Don’t Evict the Flower Lady

by Ian James

Band members chatted as they tuned their instruments, local artists sold hand printed posters and zines, and people continued to flow into Medicine for Nightmares, the bookstore hosting Denhi Donis’ birthday fundraiser. 

Donis, better known as the Flower Lady, is fighting her second Ellis Act eviction in two years. She came to San Francisco 25 years ago from Chicago, fleeing domestic violence. She quickly became a fixture in the Mission community, working at various non-profits. Fifteen years ago, she moved into the house that she has called home ever since. Her nickname stems from years of selling and giving out flowers at protests, celebrations, and gatherings across the city. 

Photo by Glenn, IG: @mugsy.rock

Ellis Act evictions are supposedly for landlords looking to stop being landlords and take rental units off of the market. For five years after an Ellis Act eviction, landlords cannot rerent the same unit for more than the rent controlled rate. Studies have shown, however, that the vast majority of Ellis Act evictions happen within five years of the landlord purchasing the building. There are also no limitations on converting units emptied through Ellis Act evictions into ownership units, such as tenancies in common. Landlords are able to flip the cleared units for large profits.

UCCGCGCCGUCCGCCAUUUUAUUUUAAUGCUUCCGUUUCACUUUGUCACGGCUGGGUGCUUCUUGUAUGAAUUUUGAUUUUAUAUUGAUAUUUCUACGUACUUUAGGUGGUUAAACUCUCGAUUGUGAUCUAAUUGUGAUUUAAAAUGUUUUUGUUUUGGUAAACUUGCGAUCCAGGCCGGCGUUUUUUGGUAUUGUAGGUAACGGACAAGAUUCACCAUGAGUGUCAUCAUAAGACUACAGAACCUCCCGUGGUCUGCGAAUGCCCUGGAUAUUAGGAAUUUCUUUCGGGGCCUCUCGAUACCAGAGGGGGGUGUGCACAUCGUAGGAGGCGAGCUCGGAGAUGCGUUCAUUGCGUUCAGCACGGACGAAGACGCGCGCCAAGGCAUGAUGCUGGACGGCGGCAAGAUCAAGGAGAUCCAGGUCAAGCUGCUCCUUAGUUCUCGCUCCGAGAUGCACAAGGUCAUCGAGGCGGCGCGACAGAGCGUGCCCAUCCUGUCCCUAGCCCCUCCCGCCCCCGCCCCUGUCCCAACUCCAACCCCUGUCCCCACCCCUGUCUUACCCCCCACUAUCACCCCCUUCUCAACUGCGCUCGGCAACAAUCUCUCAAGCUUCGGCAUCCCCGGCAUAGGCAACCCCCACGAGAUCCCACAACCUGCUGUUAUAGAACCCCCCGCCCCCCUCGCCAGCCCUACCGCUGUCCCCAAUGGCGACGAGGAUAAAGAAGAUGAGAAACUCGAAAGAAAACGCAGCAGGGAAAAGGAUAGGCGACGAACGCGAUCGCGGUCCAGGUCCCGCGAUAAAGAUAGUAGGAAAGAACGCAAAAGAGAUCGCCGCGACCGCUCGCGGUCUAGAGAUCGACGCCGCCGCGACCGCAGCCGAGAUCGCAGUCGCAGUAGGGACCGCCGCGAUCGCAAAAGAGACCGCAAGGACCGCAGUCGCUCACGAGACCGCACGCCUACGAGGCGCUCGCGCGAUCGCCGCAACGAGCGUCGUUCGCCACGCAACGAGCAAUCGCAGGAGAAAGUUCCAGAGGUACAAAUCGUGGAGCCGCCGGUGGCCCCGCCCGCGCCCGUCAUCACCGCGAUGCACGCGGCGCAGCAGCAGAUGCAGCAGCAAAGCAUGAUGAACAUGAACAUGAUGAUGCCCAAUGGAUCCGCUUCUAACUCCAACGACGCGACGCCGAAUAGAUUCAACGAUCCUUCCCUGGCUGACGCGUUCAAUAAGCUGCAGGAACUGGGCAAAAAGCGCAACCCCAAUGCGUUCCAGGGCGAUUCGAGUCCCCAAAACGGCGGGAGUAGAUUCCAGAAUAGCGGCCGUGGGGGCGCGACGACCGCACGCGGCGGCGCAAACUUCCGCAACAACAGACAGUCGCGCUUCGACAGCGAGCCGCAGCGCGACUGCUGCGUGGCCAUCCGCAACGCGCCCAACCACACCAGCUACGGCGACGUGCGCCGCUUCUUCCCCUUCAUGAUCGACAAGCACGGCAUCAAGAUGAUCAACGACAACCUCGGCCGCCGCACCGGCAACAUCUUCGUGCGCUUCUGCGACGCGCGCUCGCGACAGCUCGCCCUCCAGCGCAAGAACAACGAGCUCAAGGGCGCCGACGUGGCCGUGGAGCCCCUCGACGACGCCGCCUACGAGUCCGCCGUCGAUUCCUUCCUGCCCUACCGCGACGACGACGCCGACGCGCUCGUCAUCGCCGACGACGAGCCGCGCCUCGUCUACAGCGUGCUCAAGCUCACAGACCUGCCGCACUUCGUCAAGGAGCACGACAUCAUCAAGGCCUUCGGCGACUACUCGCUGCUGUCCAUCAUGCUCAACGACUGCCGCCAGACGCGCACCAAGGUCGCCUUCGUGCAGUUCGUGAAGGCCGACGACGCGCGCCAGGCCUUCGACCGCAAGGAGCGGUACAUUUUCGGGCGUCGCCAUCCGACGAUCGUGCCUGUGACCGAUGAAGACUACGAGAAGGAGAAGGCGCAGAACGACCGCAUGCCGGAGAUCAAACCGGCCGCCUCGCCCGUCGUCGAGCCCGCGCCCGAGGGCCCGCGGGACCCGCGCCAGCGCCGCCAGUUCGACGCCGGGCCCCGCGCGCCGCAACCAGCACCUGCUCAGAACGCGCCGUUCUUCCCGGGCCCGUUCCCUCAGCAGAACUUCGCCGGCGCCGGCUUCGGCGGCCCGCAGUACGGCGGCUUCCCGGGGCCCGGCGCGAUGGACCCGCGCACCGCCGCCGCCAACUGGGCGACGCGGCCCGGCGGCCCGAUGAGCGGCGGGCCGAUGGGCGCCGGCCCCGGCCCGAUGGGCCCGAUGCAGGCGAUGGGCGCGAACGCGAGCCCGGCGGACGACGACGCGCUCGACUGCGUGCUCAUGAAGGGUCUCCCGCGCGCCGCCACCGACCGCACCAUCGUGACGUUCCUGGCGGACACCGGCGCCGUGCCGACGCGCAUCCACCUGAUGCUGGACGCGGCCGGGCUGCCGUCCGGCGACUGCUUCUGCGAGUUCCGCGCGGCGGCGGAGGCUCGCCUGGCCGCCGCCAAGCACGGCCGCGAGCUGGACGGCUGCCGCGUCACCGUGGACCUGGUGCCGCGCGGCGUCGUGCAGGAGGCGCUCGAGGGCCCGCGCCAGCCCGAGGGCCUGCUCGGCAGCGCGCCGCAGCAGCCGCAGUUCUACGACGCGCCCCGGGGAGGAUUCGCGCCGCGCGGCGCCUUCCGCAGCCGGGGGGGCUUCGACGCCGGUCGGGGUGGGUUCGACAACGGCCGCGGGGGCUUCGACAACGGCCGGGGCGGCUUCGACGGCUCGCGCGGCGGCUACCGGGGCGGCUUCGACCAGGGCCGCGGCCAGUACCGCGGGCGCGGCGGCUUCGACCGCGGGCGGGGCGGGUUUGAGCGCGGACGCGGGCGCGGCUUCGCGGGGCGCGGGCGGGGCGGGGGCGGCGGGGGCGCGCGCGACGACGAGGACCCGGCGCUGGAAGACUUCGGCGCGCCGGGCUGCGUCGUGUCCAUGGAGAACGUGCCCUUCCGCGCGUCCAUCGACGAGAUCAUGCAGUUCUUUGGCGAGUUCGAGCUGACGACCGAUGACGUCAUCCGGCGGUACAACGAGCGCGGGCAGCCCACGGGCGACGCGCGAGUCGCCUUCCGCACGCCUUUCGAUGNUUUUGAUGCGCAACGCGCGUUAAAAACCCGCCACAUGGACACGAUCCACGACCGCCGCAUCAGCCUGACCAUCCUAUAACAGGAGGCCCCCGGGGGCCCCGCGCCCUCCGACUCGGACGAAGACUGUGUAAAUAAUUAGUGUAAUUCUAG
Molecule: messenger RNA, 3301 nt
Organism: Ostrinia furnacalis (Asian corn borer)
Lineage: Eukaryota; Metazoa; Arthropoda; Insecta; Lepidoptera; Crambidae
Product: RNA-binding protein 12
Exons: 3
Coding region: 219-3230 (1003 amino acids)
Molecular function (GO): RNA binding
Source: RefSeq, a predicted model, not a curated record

Donis says that she feels a responsibility to speak out on behalf of others in the city. “I feel that I need to fight, since I have the advantage of being well known. Many others do not have that. I have the privilege to reach so many people. Also, many people do not know their rights. It was four days after the start of a world pandemic that they gave me a 12 days notice. It was not only illegal, it was inhumane. I had to let the world know that people like this are out there, who would throw an elder, in chemo, out of her home like that.”

Donis’ landlords first attempt to evict her ended because of pandemic related protections. Those protections have since expired. Now she is fighting again for her place in the city. On her birthday, she was joined in that fight by supporters from all across San Francisco.